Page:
Is this a job for Coaching, Training, or Mentoring?
Getting better every day is something that many people discuss, however they fail in execution. The greatest athletes in the world rely on coaches every day – do you?
It is one thing to aspire to grow, aspire to improve, it is another thing to take action. Action starts with a single step, it requires movement. How do you know which direction to go? How do you know if you are taking the right actions?
“I suppose it is tempting, if the only tool you have is a hammer, to treat everything as if it were a nail.” – Abraham Maslow
A coach could be the critical tool in your toolset, but like most projects, you need to assess the situation and determine the best tool. It has been said that when you have a hammer, everything looks like a nail. Other tools for consideration include training and mentoring, but how do you determine which is the best fit for the situation?
When I think about coaching, I think about finding someone who can help me make the subtle adjustments necessary to improve the things I do well today. This could be as simple as foot position on a bike pedal, or as detailed as body language and voice inflection when speaking in front of a crowd. A coach is there to help you see the things that you cannot see yourself. Sure, you can look in the mirror, but that is one perspective. The mission of the coach, from my perspective, is to accelerate growth and performance. This happens by improving technique. In order to make these improvements and recommendations, the coach must be there.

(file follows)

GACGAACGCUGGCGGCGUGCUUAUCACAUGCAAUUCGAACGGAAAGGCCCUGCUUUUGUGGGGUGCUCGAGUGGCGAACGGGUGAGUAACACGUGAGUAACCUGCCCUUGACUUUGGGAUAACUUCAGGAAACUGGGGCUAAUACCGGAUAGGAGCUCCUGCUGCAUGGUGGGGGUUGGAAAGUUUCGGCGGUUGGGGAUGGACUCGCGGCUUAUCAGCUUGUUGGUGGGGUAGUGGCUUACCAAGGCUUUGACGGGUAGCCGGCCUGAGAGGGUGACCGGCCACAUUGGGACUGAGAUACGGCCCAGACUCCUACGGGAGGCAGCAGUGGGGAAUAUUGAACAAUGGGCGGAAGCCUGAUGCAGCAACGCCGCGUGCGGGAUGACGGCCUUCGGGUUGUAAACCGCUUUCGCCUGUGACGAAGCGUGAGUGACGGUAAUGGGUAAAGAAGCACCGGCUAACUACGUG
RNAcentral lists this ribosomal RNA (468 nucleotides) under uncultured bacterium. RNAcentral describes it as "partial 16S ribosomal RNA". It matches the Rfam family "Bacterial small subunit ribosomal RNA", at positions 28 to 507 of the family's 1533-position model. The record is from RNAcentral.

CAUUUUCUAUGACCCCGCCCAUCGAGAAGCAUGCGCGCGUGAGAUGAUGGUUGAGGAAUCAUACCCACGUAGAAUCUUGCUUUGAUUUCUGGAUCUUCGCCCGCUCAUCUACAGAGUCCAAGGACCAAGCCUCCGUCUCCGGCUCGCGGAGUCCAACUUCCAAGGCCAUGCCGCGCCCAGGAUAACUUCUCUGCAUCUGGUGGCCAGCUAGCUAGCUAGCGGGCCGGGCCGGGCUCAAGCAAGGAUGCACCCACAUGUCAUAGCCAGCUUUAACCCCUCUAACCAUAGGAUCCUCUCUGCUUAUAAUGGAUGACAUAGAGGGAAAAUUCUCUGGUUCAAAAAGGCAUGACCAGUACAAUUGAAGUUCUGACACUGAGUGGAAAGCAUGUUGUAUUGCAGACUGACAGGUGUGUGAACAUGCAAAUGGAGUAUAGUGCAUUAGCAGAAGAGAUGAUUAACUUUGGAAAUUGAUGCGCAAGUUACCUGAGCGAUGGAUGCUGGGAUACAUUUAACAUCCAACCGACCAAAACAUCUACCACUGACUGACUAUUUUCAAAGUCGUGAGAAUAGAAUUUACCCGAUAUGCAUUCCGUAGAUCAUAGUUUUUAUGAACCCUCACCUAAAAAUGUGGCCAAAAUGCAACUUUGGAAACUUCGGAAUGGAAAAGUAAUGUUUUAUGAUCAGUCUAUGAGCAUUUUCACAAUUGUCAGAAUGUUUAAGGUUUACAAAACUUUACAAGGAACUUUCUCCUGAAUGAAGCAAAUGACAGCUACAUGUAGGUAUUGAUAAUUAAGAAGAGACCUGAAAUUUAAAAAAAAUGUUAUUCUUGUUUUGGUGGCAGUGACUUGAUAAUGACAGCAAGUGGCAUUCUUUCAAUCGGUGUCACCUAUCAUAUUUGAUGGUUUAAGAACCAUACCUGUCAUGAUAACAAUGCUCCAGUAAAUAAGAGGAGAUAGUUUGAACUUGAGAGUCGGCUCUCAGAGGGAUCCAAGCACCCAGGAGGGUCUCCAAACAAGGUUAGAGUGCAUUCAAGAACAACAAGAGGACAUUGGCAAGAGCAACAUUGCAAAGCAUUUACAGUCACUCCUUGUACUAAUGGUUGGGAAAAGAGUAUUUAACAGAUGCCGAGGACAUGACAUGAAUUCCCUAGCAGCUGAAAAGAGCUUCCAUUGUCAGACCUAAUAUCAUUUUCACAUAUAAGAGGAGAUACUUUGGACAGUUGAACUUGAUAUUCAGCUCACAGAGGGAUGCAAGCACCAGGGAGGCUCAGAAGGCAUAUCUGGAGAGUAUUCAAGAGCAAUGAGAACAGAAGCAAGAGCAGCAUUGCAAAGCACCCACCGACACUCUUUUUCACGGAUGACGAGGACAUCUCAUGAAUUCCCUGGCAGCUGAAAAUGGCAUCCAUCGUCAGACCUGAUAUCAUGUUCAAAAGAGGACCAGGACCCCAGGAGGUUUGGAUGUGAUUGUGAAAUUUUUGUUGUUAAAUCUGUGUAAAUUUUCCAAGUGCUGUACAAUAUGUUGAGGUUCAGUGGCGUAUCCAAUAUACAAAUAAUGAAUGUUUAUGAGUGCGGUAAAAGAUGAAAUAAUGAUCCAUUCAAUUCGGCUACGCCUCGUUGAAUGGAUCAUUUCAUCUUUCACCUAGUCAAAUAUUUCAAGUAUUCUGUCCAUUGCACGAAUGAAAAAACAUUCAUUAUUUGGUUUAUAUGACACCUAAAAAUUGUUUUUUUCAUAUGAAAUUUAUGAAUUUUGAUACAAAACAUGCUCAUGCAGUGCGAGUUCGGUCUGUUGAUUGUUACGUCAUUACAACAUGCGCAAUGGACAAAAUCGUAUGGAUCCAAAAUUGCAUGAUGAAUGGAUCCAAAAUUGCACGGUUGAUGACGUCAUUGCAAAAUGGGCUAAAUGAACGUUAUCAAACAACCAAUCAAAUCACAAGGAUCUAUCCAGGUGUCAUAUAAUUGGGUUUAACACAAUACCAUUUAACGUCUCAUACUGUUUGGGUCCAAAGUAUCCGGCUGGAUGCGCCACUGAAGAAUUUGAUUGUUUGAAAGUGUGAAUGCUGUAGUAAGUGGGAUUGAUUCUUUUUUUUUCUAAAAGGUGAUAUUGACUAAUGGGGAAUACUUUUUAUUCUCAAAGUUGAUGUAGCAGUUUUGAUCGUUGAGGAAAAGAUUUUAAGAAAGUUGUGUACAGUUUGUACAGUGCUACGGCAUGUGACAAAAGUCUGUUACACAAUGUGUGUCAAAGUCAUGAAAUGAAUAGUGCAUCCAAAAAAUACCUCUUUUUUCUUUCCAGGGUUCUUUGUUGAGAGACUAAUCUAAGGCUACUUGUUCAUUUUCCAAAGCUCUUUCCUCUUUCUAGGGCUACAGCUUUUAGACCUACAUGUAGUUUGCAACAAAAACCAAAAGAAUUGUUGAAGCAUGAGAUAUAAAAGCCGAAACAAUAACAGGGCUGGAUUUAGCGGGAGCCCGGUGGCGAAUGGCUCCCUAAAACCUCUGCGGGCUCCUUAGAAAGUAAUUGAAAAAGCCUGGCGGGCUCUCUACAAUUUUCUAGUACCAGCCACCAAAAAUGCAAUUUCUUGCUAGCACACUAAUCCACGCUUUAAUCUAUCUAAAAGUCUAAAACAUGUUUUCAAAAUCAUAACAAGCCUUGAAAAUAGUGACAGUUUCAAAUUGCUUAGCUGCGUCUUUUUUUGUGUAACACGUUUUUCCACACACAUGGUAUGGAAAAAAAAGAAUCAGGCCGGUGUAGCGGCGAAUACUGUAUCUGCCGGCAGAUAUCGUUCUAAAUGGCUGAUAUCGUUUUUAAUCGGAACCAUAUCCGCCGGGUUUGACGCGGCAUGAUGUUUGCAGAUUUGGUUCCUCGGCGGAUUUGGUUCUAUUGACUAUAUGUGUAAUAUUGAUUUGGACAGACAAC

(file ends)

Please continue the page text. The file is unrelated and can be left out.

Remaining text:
What if it is too soon for a Coach?
Sometimes, you are too early in your career progression or the skill development progression to leverage the value of a great coach. You may be just starting out with a new skill or in a new role. If this is the case, training may be a better fit. Training provides a structured opportunity to learn a new skill or capability. The training should be focused on the reason behind the skill. It can be designed to introduce you to the topic, create an environment to put concepts into practice, and test retention. Training can work really well 1:1 or 1:many. Coaching, on the other hand, is better in a 1:1 environment. Even with large groups or teams, the specific coaching you receive is personal.
What about a Mentor?
Mentoring is much more relationship-driven than coaching or training. Sure, a coach should have a solid presence, however, it is not critical that you get along with your coach or the trainer. The relationship you build with your mentor is critical. This relationship is mutual, it evolves over time. The mentor is there to help inspire thought, provide guidance, and share their personal and direct experience.
This is the first post of a series of posts focused on the differences between coaching, training, and mentoring. Share your comments and personal experience with us at email@example.com.
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